The Truth About Exogenous Ketones Ketones are all the rage among low carbers. And like most things in nutrition and performance, we've found a way to get them in supplement form so we don't have to do any actual work. What are ketones? They're a byproduct of ketosis caused by the process of converting fat to fuel. Your body makes them when it's in a calorie or carb restricted state. What do they do? The body and brain can use them as fuel without the presence of glucose in the blood. And now, you can take ketone supplements (salts and esters), known as exogenous ketones, without actually restricting anything. According to those promoting this nasty-tasting supplement, that means you can have a brain and body fuelled by ketones, along with all of the supposed health benefits that come with running on fat. Well, don't fall for it. Exogenous Ketones = Endogenous Fat Storage? The problem with ketone supplementation (EXOgenous) is that it's not even close to the same thing as being in ketosis (ENDOgenous ketone production). And just like the butter-blended-into-coffee trend, it's a farce. Ketones may be depressing dieters' hunger and giving them a hit of energy and cognitive enhancement, but it's INHIBITING their ability to burn fat, providing zero nourishment, and doing nothing for their metabolic health. There's an assortment of evidence suggesting that it's probably making things worse. Think of exogenous ketones kind of like alcohol. When they're consumed, everything is stored and nothing else is burned. So any lipolysis (fat burning) that would be taking place is halted; any glucose and fatty acids in your blood that were circulating are stored; and the ingested ketones are burned until there aren't any left. More importantly, this clearance of alternative fuels (glucos Continue reading >>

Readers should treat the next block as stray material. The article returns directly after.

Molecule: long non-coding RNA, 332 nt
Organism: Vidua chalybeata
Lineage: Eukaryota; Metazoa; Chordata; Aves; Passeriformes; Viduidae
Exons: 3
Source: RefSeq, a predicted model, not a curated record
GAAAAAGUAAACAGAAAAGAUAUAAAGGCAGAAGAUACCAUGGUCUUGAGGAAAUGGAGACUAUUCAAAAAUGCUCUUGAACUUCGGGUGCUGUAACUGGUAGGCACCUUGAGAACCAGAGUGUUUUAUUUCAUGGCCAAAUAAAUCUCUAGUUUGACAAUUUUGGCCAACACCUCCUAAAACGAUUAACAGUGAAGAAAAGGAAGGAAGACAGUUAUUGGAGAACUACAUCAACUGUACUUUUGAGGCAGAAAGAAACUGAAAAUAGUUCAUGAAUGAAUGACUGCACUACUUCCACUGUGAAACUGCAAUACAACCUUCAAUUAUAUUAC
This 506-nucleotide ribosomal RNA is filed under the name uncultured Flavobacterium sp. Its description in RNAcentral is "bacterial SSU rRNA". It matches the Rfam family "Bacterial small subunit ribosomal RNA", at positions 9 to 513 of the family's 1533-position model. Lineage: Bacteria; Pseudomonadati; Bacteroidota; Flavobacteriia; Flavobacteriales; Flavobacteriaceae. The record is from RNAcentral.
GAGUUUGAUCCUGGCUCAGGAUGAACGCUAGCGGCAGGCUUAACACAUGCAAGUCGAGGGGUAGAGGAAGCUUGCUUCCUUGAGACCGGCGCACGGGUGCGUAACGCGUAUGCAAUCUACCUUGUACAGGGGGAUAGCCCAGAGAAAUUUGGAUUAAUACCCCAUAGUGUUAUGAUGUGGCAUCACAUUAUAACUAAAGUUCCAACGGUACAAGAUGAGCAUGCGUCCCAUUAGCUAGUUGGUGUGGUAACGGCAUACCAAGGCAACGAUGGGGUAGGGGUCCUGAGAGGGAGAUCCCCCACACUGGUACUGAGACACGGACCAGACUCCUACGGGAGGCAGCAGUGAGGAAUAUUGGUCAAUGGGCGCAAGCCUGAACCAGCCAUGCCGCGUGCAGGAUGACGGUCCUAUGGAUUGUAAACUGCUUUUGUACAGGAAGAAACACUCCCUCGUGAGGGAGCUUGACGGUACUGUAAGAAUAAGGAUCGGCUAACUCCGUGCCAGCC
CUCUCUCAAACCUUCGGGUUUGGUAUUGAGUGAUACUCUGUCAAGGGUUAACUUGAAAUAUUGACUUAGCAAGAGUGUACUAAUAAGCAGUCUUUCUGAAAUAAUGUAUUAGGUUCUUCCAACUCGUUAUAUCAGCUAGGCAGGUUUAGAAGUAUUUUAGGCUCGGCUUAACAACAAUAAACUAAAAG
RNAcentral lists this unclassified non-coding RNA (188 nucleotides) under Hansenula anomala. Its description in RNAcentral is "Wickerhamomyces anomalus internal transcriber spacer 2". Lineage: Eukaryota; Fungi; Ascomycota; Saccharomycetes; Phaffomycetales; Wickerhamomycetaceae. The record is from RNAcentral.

Ketone Supplement Fundamentals

Ketone Supplement Fundamentals

It can be difficult to reach a state of ketosis (blood ketones >0.5 mM). Adherence to a ketogenic diet is challenging in today’s carb-centered society. Carbohydrate and protein intake must be monitored to keep the body in a 'ketogenic' state. Sometimes side effects mean that people decide not to continue with the diet. The alternative to achieve 'ketosis' is to fast, which triggers a 'ketogenic' state. However, prolonged fasting is not practical or appealing to many people. Ketones could directly cause some of the health benefits of the ketogenic diet and fasting. There are many changes within the body triggered by fasting or a ketogenic diet, but ketones are an important fuel and signal1. Therefore, researchers have explored different tools for 'ketosis' without dietary changes. Ketones themselves are not usually found in high concentrations in food. However, there are now several different ketone supplements that can be consumed like food that raise blood ketone levels. Taking ketone supplements means the body can be in 'ketosis' without being ‘ketogenic,’ and may deliver some of the benefits of 'ketosis.' Here it is important to note that exogenous ketones don’t trigger natural ketone production, they don’t put you in a ‘ketogenic’ state. They do put you into ‘ketosis’ which simply means that your blood ketone levels are elevated. Endogenous vs Exogenous Ketones Exogenous ketone bodies are ketones that are consumed through a nutritional supplement. They can result in ketosis without changing the diet. Ketones produced by the liver during a ‘ketogenic’ state (when fasting or following a ketogenic diet) are called endogenous ketones. Exogenous = ‘Exo’ = external. ‘Genous’ = origin. Originates from a source external from the body. Endogenou Continue reading >>